Sunday is proving, as usual, to be a hellish experience for the golfers at the US Open. Merion Golf Club -- after initial expectations by some to be an easier-than-usual 18 -- has turned up in typical US Open style to be strenuous on the scoreboard.
So with the top of the leaderboard thinning out, what's the protocol for a playoff at the US Open? Remember, playoff formats for golf tournaments vary. Here's how Merion will play out, should it need a playoff.
If the weather holds off and two or more players finish 72 holes with the same score, they will play a full 18 holes on Monday. The US Open is the only major golf championship to implement a full round as means to a playoff. The leader after those 18 playoff holes on Monday is the champion.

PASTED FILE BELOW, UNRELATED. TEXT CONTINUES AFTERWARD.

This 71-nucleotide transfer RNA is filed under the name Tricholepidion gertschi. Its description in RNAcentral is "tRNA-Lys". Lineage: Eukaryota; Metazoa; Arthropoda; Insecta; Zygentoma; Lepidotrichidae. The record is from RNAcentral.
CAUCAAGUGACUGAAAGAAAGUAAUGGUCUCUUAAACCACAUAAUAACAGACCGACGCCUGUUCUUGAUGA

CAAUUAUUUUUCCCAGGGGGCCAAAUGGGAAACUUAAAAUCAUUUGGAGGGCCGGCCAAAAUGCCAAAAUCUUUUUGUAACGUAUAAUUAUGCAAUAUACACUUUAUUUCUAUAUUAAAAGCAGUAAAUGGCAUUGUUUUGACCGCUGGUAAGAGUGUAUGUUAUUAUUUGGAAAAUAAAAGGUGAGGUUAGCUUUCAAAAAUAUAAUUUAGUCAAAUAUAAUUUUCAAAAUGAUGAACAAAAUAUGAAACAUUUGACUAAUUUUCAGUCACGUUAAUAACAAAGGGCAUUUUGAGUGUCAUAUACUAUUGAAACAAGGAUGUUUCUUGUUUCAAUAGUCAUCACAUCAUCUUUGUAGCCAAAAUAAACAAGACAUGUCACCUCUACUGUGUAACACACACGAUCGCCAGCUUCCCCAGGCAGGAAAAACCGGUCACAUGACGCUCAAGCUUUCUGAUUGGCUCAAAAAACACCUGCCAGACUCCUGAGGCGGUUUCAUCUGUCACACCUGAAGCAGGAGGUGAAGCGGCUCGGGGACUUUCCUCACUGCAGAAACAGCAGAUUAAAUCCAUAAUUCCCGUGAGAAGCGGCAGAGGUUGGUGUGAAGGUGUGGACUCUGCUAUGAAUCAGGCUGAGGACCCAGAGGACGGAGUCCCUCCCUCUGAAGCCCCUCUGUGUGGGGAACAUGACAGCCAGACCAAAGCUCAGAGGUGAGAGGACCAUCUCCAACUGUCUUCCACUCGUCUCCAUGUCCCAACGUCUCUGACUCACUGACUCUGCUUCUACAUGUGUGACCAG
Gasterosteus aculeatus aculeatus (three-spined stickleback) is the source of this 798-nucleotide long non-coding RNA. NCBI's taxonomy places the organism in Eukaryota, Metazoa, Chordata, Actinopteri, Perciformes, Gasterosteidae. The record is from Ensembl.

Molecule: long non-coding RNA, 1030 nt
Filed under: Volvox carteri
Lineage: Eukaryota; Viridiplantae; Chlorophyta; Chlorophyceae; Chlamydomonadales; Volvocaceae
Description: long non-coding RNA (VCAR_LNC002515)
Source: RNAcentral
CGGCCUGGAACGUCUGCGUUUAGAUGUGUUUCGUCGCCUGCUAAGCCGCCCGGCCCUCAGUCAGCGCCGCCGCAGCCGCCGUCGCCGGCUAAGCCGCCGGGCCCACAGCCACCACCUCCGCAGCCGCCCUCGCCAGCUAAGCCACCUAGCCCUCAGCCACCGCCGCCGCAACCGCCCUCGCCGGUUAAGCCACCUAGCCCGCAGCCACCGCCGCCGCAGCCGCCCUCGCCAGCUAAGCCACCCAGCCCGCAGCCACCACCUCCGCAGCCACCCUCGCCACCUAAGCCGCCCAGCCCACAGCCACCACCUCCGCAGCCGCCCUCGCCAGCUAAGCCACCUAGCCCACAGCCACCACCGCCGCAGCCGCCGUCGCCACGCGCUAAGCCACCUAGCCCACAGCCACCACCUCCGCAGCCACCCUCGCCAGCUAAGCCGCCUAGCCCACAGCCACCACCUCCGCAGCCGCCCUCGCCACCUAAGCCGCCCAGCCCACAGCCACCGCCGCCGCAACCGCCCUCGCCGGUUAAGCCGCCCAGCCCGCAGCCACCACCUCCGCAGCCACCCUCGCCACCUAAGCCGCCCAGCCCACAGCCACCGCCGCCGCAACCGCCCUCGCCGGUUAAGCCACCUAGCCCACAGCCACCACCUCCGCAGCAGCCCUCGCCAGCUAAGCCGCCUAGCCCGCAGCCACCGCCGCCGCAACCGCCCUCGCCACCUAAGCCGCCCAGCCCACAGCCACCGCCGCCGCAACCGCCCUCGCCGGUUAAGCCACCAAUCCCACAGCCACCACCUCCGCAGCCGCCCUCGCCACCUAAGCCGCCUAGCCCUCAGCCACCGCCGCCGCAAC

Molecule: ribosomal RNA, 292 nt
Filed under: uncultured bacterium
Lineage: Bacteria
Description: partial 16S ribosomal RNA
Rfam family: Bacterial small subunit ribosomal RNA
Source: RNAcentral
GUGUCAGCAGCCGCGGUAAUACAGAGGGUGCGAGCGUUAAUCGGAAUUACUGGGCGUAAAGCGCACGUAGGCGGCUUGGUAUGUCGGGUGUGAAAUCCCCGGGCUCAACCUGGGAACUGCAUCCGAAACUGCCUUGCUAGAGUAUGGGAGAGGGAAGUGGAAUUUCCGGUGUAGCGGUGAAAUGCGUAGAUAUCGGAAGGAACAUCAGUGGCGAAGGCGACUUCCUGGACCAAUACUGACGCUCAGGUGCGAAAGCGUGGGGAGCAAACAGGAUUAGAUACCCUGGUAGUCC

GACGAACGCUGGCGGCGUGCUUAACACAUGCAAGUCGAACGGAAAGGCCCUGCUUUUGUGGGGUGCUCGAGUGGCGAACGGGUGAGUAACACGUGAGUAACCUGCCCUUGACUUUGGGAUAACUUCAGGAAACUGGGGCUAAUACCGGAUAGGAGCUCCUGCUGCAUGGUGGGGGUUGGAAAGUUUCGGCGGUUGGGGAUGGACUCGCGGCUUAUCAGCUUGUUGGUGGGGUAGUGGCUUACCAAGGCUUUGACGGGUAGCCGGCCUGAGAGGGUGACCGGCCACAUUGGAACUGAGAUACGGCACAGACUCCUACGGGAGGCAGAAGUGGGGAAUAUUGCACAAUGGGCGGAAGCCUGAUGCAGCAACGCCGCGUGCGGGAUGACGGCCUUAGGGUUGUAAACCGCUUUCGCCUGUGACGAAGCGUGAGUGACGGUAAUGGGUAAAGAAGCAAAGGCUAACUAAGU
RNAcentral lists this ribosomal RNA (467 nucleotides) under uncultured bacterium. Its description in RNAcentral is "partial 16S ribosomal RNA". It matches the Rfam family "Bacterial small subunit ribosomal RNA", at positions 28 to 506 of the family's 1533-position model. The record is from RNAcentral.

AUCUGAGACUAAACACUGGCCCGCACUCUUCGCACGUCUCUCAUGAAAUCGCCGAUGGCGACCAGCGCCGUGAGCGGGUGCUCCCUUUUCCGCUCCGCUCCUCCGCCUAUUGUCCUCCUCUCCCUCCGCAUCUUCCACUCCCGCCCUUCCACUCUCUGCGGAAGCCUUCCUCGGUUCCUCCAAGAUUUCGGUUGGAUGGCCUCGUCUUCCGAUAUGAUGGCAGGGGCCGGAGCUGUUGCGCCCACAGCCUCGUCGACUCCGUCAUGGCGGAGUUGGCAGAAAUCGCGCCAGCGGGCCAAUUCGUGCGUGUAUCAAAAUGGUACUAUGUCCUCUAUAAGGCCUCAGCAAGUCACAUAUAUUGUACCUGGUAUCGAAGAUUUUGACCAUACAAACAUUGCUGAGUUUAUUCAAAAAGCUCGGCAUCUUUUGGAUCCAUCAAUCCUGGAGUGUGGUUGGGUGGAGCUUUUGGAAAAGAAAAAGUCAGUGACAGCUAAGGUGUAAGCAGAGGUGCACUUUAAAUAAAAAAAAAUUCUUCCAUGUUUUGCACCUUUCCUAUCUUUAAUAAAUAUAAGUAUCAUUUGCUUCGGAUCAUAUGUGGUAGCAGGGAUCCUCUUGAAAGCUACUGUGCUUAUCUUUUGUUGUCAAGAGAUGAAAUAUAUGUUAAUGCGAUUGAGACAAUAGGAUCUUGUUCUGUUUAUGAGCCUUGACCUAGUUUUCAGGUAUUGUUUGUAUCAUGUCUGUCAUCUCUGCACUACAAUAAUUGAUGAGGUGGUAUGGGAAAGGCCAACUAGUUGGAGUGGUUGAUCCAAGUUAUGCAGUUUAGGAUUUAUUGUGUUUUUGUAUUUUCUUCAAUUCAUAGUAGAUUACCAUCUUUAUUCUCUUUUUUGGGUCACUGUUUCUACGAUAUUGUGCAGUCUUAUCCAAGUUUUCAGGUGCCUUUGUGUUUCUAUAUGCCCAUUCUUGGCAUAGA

However, if scores of two or more players are still even after a fifth round/90 holes, the 91st hole becomes sudden-death format, with the lowest score winning on the first possible hole. Those holes would also be played Monday, weather permitting. Only four times has the US Open needed to play to sudden death after 90 holes: 1990, 1994 and 2008 (the famous Tiger-Woods-over-Rocco-Mediate Monday face-off).
The sudden-death playoff format for the 91st hole and beyond was instituted in the '50s. In total, there have been seven playoffs in US Open history, coming in 1925, 1931, 1939 and 1946, in addition to three mentioned above. The 18-hole playoff format was initially used by all major golf championships, but only the US Open still keeps it in place today.